Wednesday, 24 September 2014
Ceisteanna - Questions - Priority Questions
3. To ask the Minister for Justice and Equality the way she will address the issues and problems which have arisen relating to determining the length of stay for the individuals in the Magdalen laundries. [35439/14]
This relates to the scheme that has been put in place by the Government for women who were in the Magdalen laundries. Decisions have been made on 80% of the applications so far. A total of 770 applications have been received and 442 applicants have received their lump sum payment to date, at a cost of €16 million. The sum allocated for the scheme is €34 million. The majority of the applications have been processed to the satisfaction of applicants and there has been no systemic issue or problem particular to determining the length of stay. That is not to say that the issue is straightforward in every case. However, less than 4% of applicants have disputed the assessment to date, so such cases are relatively rare.
Mr. Justice Quirke recommended that a fair and robust eligibility process be put in place. Where there are records available from the relevant religious congregations and the applicant has no issue with them, the process has been very straightforward. Where there is an incomplete or no record or where the applicants disagree with the records, we check out what the applicant says in so far as we can and try to come to a satisfactory conclusion.
We have also advised the applicants to get legal advice. In the vast majority of cases, people have received legal advice before they signed the agreement. A sum of €550, plus VAT, has been made available to the women towards the cost of obtaining legal advice. The vast majority of claimants are being dealt with, so I assume the Deputy is commenting on those cases where there are particular difficulties. There is also an appeals mechanism to the Ombudsman and to a senior official in the first instance.
I acknowledge the progress that has been made since the exchange the Minister and I had in July. At that stage, 357 claimants had received compensation and the figure is now 442. There are outstanding issues and one of them is the need for reputable independent advocates for women who are in nursing homes or other institutions. There is also the issue of the end date. Mr. Justice Quirke recommended that there should not be an end date. As we know, some people missed the residential institutions redress scheme for various reasons.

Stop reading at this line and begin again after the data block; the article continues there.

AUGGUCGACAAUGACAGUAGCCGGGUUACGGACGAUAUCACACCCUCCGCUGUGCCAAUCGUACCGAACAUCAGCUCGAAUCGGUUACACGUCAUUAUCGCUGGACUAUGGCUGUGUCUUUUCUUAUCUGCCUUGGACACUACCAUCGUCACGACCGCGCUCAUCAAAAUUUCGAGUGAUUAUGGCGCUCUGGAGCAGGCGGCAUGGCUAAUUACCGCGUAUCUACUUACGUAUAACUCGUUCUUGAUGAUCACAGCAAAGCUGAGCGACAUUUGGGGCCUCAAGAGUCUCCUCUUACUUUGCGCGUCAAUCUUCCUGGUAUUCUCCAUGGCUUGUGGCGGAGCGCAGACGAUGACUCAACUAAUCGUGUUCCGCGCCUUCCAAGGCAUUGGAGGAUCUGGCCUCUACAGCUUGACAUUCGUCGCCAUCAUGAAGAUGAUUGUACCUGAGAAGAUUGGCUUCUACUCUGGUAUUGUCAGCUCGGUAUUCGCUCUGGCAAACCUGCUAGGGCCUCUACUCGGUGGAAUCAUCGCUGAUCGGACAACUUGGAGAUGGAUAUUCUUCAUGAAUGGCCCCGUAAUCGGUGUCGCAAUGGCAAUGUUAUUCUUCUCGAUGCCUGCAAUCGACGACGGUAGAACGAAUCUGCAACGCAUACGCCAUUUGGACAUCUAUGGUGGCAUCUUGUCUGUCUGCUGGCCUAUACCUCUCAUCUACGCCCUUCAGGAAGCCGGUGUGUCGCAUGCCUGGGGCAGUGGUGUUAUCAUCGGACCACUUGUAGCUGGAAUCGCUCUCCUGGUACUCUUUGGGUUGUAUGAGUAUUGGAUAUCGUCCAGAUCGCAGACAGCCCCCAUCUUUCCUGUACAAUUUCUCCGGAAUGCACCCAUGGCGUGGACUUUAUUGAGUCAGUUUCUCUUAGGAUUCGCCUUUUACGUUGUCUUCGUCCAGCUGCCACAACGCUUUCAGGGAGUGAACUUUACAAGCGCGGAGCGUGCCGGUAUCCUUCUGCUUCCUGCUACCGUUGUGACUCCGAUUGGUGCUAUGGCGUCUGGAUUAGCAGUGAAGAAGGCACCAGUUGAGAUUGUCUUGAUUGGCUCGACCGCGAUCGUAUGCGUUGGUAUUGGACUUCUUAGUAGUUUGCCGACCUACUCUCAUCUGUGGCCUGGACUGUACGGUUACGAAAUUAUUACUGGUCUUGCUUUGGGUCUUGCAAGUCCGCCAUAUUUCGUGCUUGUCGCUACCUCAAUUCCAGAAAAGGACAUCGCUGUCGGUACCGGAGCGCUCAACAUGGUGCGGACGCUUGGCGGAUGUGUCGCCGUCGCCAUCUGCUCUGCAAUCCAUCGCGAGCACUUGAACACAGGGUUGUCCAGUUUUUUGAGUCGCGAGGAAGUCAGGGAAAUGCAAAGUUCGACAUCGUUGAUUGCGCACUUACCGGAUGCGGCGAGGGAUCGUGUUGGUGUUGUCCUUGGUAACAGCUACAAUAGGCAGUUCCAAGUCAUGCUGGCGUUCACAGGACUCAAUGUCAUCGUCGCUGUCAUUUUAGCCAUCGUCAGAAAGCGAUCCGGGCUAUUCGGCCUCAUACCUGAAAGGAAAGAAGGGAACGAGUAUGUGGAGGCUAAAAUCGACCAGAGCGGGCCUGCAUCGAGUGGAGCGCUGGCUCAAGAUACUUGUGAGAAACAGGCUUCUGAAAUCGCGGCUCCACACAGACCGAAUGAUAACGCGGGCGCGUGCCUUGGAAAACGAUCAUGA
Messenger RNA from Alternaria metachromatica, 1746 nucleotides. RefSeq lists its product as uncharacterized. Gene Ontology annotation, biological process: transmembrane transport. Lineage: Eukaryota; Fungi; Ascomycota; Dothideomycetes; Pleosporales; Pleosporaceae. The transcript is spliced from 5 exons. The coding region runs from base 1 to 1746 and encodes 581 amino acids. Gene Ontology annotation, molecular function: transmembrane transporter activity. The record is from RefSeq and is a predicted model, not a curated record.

In addition, a number of women are finding it difficult to prove length of stay. The McAleese report showed that the date of exit was not available for 58% of admissions to the laundries. The burden of proof appears to be on the women, many of whom are in ill health and of advancing years. It is not the fault of the women that the records are incomplete. Justice for Magdalenes raised the dangers of exclusive reliance on the religious orders' records and Mr. Justice Quirke was told that the Department had six different ways of establishing length of stay. Will the Minister verify that all of those avenues are being explored? Will the Department accept sworn affidavits from the ladies or from other women who were in the laundries at the same time and would make a sworn affidavit?
In the first instance, the processing of all applications starts on the premise that the testimony of the applicant is correct. That is the basic approach. We then try to verify it. I accept the point that it is not the women's fault if the records are incomplete. A variety of other mechanisms are being used. If the applicant disagrees with the officials, a number of inquiries are made. The Department of Social Protection, for example, might be able to indicate various social insurance records from a particular institution, and the Department of Education and Skills has schools records. There are also electoral registers. A variety of other documents are examined to make a determination.
I will consider the matter of a sworn affidavit and whether there is a possibility of using that in some of the disputed cases. I will revert to the Deputy on that.
I stress the urgency of this because many of the ladies are of advancing years and some of them are in extreme ill health. This week, I had the privilege of meeting one of the ladies who lives outside the State. It was most disturbing to listen to her story of being in one of the laundries. I have no doubt that it contributed to the ill health she suffers now. As she said, she was "dumped" in a laundry at 14 years of age.
With regard to health care, I am aware the Government agreed that the Minister's Department would co-ordinate legislation with the Department of Health and that her officials are working with officials in the Department of Health. What is the position on that? There is also the issue of health care for women living outside the State. It would be easier, perhaps, to deal with women living in England, but there are women living in other countries such as the United States and Australia. What input has the Minister's Department had into that issue?
We have been having detailed discussions with the Department of Health on finalising the legislation, particularly the issue of access to health services for women who are living in the United States, for example. We will have a mechanism to deal with that. It is likely to be through buying an insurance premium for the women, but the final details are being worked out with the Department of Health. The legislation is almost complete. I am awaiting some final decisions from the Department of Health and I expect to have those shortly. The legislation should be introduced in the Dáil within a matter of weeks.